what we have been doing!
ALIVE! We were very pleased and honoured to been asked to appear at the International Pop Overthrow festival in Liverpool this month. we playied two half-hour sets: the first at 3.30pm on Saturday May 16th at the Cavern Club, the second at 5.30pm at the Cavern Pub the following day.
BACK AT THE BEEB!
We took part in BBC Music at the Quay in Glasgow this month,as part of BBC Music Day. We played four songs on the Morton Through Midnight radio show on Friday 5th June, on a bill with Donovan, Justin Currie, James Grant & Chris Thomson (Bathers/Friends Again), Stephanie Urbina Jones and John Cooper Clarke - illustrious company, to say the least
Copyright the Supernaturals. All rights reserved.
This song began life as mellow acoustic bumble around some old folky chords. It had a kind of Eastern European feel , like the music from the Sixties film, The Ipcress File. The lyrics are based around the British class system. There’s 3 characters in the song. The posh pilot who “quotes Aristotle down the intercom”, the air hostess with the brown perma suntanned face and the beaten down “guy who puts the fuel into the aeroplanes”. There’s unrequited love between the three of them but they never quite get it together.
I’d been on a Ryanair flight to Stockholm with the band in the late 90’s. We’d played an important gig the night before in Wales, to an A & R from V2 records in the USA who wanted to license our album from EMI, and we’d played a stinker. The A & R man had been appalled and ran off without speaking to us. Afterwards, in a mood of doom and gloom we’d then driven the 4 hours to Stansted, tried to sleep to the shrill scraping sounds of the cleaners dragging steel benches over the airport floor. When we eventually boarded our flight at 8am, in a sour mood of defeat, I found I couldn’t get to sleep. When I did eventually drift off, just as the plane was descending, to Skavsta, which is about 270 miles from Stockholm, the air hostess next to me shook a plastic cup full of 50ps beside my ears and woke me up with a gleeful plea to buy a toy Ryanair 747 from her trolley.
When we did the demos for the album I’d sneaked this song in at the end of a session. I wasn’t happy with the folk thing and asked Gav to play it like the “woke up fell out of bed “ bit of Day in the Life by the Beatles. It seemed to work well at double the tempo. It’s the most “produced” song on the album with lots of interlocking bits and pieces and it took a long and trying time to record. Most of the songs on the album have double tracked vocals but this suited a quick guide vocal which is slightly out of tune here and there. It worked well against the heavily produced backing track.
In tribute to the Air Hostess I downloaded some aeroplane noises for the end from I tunes. For any aeroplane spotters out there, it’s a USAF B52 taking off. I don’t think they have air hostesses on those.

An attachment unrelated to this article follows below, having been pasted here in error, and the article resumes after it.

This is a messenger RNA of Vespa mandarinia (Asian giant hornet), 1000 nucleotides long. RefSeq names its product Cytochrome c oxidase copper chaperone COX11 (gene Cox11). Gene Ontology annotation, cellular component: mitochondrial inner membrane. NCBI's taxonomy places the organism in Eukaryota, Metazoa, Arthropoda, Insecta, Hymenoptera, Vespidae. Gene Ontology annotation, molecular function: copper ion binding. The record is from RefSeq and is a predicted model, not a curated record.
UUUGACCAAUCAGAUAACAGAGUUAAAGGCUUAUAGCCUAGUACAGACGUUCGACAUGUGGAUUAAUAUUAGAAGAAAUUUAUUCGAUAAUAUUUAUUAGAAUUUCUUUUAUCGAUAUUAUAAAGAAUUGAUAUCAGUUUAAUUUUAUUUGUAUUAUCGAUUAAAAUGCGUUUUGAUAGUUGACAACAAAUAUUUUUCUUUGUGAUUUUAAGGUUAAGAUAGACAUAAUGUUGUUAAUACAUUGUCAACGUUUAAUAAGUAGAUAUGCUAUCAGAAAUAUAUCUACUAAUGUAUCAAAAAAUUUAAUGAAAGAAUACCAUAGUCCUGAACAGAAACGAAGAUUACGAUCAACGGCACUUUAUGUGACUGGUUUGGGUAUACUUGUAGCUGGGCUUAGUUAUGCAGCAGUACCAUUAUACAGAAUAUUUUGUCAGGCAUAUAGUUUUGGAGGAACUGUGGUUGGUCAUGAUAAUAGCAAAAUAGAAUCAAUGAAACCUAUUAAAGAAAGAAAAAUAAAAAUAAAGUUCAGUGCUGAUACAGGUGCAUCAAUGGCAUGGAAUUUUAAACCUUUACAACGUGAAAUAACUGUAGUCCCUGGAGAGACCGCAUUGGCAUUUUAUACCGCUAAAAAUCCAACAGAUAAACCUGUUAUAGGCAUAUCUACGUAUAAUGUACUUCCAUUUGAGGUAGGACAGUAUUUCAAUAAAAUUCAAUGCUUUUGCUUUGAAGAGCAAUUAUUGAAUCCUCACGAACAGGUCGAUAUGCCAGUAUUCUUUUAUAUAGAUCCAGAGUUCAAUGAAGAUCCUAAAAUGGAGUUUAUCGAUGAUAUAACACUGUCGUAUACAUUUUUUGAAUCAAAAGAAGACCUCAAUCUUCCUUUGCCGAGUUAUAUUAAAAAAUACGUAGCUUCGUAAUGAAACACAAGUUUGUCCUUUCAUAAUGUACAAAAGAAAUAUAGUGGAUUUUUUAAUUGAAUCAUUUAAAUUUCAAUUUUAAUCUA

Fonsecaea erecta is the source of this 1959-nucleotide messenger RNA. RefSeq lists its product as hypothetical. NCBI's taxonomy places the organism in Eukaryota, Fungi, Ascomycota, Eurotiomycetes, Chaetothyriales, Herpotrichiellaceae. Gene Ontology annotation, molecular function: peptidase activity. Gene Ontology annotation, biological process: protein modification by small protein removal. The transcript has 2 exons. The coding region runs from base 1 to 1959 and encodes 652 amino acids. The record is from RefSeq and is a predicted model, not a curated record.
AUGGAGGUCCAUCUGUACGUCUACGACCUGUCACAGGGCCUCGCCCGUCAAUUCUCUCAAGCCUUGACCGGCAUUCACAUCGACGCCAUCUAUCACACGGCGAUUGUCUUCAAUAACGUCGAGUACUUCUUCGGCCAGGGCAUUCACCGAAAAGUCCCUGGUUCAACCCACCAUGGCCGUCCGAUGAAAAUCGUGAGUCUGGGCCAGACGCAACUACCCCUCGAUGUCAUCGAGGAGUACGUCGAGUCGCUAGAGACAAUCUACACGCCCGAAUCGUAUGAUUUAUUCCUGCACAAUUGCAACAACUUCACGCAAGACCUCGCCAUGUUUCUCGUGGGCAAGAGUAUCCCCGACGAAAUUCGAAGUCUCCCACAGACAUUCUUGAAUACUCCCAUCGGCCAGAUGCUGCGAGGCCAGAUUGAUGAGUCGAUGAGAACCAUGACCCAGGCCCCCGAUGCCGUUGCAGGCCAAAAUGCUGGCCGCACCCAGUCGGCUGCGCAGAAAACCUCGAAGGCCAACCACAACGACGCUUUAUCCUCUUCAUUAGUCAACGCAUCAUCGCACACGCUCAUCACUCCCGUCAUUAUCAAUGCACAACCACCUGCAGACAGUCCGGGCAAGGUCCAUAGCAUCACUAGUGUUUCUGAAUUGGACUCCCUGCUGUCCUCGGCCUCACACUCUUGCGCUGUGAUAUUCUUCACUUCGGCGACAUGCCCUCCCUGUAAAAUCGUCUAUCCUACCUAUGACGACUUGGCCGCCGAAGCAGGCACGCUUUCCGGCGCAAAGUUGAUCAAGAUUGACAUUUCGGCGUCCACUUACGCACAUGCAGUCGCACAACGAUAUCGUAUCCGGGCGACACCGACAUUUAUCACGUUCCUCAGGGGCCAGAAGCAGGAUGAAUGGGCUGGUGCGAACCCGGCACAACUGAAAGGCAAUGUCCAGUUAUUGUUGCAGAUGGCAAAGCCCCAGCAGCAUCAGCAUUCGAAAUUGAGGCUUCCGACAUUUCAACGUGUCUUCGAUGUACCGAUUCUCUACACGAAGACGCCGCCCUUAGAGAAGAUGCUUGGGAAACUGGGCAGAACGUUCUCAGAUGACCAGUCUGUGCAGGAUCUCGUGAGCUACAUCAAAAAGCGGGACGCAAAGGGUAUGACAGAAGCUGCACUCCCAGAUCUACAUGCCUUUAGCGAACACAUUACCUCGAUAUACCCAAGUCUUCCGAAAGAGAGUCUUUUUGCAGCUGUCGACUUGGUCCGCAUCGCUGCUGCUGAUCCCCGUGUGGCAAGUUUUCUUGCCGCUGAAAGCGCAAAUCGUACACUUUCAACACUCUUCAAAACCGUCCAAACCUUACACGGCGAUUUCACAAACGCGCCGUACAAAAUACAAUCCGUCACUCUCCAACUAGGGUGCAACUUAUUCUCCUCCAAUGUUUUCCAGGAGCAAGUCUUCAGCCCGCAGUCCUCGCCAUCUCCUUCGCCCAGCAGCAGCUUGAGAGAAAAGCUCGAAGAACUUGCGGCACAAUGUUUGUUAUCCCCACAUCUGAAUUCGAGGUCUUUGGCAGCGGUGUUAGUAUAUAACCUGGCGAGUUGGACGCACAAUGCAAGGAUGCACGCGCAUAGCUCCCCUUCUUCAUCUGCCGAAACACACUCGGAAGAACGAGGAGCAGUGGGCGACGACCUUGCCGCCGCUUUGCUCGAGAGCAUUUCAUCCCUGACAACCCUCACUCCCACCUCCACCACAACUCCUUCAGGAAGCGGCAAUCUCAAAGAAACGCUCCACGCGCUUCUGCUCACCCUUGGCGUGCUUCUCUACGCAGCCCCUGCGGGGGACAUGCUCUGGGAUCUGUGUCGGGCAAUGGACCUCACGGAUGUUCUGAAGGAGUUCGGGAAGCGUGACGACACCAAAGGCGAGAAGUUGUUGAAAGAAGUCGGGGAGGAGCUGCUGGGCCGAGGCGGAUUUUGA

My Sweet George
I was on my way to a wedding with my girlfriend. She was driving and I switched the radio on. It was late November. The first item on the news was George Harrison’s death. He’d already been cremated and his ashes spread on the Ganges and it all seemed so sudden and final. I switched the radio off and felt myself slipping into a dark mood, which I stayed in for the rest of the night. I had never been affected by the death of someone I didn’t know personally, but here I was behaving exactly like the candlelight vigil celebrity mourning weirdos I’d spent a large part of my life sneering at.A few months later I sat down with my acoustic guitar and tried to piece together something about the way I’d felt that day. In the early 1980’s my big brother had a vinyl copy of the Blue 67-70 album by the Beatles, and when he’d go out I’d sneak into the living room and carefully put it onto my Dad’s old Sanyo record player and sneak a quick listen before he came back. If he found out I’d been playing the record some punches were meted out in my direction, as he was possessive about his expensive records. When I hear “While my guitar gently weeps” I’m transported back to the early 1980’s and running down the stairs to that song. When writing the lyrics, I also had to get an old Hindu quote about life being about a bird flying in the window of a house and out the next into the lyric somehow, which may have had something to do with George but probably not. Once I’d done a quick demo of the song I forgot about it and moved on. I left it for 10 years and tagged it onto a scruffy CD of demos with a bad magic marker drawing of George Harrison over the words TESCO CDR . When we came to putting songs together for 360 Gavin had mentioned that he thought it was worth trying and once the band bent it into shape, it took on a life of its own, like the bird flying out the window.